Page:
MONTAGNARDS IN VIETNAM

MONTAGNARDS IN VIETNAM

Minorities that live in the mountainous regions are known by their generic name, Montagnards. Montagnard is a French word that means "mountaineers." It is sometimes used to describe all ethnic minorities. Other times it used to describe some specific tribes or tribes in the Central Highland area. [Source: Howard Sochurek, National Geographic April 1968]

The Vietnamese used to call all forest and mountain people "Mi" or "Moi," a derogatory term that means "savages." For a long time the French also describe them with a similar derogatory term "les Mois" and only started calling them Montagnards after they had been in Vietnam for some time. Today the Montagnards are proud of their own dialects, their own writing systems and their own schools. Each tribe has its own dance. Many have never learned to speak Vietnamese.

There are maybe around 1 million Montagnards. They live primarily in four provinces in the Central Highlands about 150 miles north of Ho Chi Minh City. Many are Protestants who follow an evangelical Christian Church not sanctioned by the government. The Vietnamese government attributes the backwardness of the Montagnards to the overwhelming influence of their history as exploited and oppressed peoples. They are darker skinned than their lowland neighbors. Many Montagnards were driven out of their forests and mountain homes during Vietnam’s wars with the French and the Americans. After reunification of Vietnam in 1975 they were given their own villages—some say on land the Vietnamese didn’t want—and lived independently of mainstream Vietnam. Many that fought against the North Vietnamese went abroad. Some Montagnards have settled around Wake Forest, North Carolina.

In his the booklet "The Montagnards—Cultural Profile," Raleigh Bailey, the founding director of the Center for New North Carolinians at the University of North Carolina at Greensboro, wrote: "Physically, the Montagnards are darker skinned than the mainstream Vietnamese and do not have epicanthic folds around their eyes. In general, they are about the same size as the mainstream Vietnamese. Montagnards are completely different in their culture and language from the mainstream Vietnamese. The Vietnamese arrived much later into what is now Vietnam and came primarily from China in different migratory waves. Primarily lowland rice farmers in the south, the Vietnamese have been much more influenced by outsiders, trade, the French colonization, and industrialization than have the Montagnards. Most Vietnamese are Buddhists, belonging to varying strains of Mahayana Buddhism, although Roman Catholicism and a native religion known as Cao Dai also have large followings. Part of the Vietnamese population, especially in larger towns and cities, maintain Chinese traditions and language. The ethnic Chinese constitute the largest minority in Vietnam. " [Source: "The Montagnards—Cultural Profile" by Raleigh Bailey, the founding director of the Center for New North Carolinians at the University of North Carolina at Greensboro (UNCG) +++]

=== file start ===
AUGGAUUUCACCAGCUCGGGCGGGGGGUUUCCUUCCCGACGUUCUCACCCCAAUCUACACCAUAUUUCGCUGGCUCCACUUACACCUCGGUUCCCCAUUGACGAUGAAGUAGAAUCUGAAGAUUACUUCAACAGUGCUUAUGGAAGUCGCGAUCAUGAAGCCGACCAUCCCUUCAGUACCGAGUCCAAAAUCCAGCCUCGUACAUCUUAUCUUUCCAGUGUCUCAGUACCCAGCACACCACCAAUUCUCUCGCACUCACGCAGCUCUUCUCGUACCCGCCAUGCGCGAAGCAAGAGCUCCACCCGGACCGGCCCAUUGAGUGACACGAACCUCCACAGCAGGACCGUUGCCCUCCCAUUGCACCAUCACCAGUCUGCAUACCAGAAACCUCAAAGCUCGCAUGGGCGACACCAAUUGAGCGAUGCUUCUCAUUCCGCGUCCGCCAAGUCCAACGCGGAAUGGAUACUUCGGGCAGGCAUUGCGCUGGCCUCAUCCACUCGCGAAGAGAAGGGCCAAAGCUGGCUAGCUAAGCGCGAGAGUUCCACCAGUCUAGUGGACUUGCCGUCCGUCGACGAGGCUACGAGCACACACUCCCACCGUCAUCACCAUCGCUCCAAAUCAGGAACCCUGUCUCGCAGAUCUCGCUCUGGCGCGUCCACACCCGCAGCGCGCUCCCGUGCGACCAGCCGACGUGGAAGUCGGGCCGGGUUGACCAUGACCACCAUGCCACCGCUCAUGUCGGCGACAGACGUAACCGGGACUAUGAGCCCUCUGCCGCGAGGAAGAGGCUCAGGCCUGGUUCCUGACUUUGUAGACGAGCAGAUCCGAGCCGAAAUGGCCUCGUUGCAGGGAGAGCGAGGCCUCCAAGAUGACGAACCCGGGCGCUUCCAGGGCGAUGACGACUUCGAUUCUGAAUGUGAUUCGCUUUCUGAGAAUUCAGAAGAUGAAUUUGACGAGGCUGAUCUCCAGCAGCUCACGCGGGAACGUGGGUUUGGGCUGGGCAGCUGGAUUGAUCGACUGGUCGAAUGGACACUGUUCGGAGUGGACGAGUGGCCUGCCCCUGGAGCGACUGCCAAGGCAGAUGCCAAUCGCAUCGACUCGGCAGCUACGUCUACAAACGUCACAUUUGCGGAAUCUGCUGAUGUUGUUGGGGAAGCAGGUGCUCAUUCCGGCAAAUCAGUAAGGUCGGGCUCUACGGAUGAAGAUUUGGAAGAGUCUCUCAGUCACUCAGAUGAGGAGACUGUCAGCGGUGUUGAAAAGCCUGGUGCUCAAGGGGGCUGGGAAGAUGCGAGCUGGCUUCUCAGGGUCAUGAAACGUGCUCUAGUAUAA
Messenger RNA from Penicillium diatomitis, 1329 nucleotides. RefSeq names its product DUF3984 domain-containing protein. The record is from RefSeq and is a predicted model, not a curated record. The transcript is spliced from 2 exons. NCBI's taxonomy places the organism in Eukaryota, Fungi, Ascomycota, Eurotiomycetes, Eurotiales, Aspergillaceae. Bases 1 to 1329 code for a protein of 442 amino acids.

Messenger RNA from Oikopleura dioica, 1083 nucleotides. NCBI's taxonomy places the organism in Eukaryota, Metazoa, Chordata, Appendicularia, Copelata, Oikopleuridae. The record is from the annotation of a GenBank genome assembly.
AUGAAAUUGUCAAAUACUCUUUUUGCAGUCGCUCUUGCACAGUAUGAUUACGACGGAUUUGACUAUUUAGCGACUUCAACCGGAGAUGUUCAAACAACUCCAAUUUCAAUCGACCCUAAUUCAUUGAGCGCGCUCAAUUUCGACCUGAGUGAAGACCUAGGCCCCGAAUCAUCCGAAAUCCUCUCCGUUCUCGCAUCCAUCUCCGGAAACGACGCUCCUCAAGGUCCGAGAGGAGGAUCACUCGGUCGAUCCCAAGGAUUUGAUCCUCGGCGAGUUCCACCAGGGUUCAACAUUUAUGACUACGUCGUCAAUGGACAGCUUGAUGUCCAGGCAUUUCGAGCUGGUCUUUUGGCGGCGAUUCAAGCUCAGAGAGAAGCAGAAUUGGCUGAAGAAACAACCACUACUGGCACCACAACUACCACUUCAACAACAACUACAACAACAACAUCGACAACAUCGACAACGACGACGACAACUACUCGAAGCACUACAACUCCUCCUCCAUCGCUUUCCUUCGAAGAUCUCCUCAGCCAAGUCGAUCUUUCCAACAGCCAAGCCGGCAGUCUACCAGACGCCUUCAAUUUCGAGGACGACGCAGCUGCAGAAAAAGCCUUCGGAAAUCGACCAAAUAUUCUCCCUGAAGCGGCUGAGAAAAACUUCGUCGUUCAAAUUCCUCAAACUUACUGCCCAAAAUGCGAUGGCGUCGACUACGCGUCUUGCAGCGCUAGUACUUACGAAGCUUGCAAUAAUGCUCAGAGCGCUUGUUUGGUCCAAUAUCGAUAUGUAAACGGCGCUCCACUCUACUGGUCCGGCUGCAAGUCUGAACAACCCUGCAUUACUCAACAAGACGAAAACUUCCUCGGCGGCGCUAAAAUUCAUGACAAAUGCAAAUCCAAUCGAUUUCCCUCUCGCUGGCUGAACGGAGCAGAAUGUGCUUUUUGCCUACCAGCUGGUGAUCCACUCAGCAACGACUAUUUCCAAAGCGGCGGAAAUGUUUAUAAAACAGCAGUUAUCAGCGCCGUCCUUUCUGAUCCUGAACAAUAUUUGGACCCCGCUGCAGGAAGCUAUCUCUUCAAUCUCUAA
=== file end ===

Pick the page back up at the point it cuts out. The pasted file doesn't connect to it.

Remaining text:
According to U.S. Army in the 1960s: "The Montagnards constitute one of the largest minority groups in Vietnam. The term Montagnard, loosely used, like the word Indian, applies to more than a hundred tribes of primitive mountain people, numbering from 600,000 to a million and spread over all of Indochina. In South Vietnam there are some twenty-nine tribes, all told more than 200,000 people. Even within the same tribe, cultural patterns and linguistic characteristics can vary considerably from village to village. In spite of their dissimilarities, however, the Montagnards have many common features that distinguish them from the Vietnamese who inhabit the lowlands. The Montagnard tribal society is centered on the village and the people depend largely on slash-and-burn agriculture for their livelihood. Montagnards have in common an ingrained hostility toward the Vietnamese and a desire to be independent. Throughout the course of the French Indochina War, the Viet Minh worked to win the Montagnards to their side. Living in the highlands, these mountain people had been long isolated by both geographic and economic conditions from the developed areas of Vietnam, and they occupied territory of strategic value to an insurgent movement. The French also enlisted and trained Montagnards as soldiers, and many fought on their side. [Source: US Army Books www.history.army.mil ]

Central Highlands of Vietnam and Its Regional Economy

The Montagnards in the United States are from the Central Highlands of Vietnam. This is an area situated north of the Mekong delta and inland from the China Sea. The northern edge of the Highlands is formed by the formidable Troung Son mountain range. Before the Vietnam War and the Vietnamese settlement of the Highlands, the area was dense, mostly virgin mountain forest, with both hardwood and pine trees, though areas were regularly cleared for planting. [Source: "The Montagnards—Cultural Profile" by Raleigh Bailey, the founding director of the Center for New North Carolinians at the University of North Carolina at Greensboro (UNCG) +++]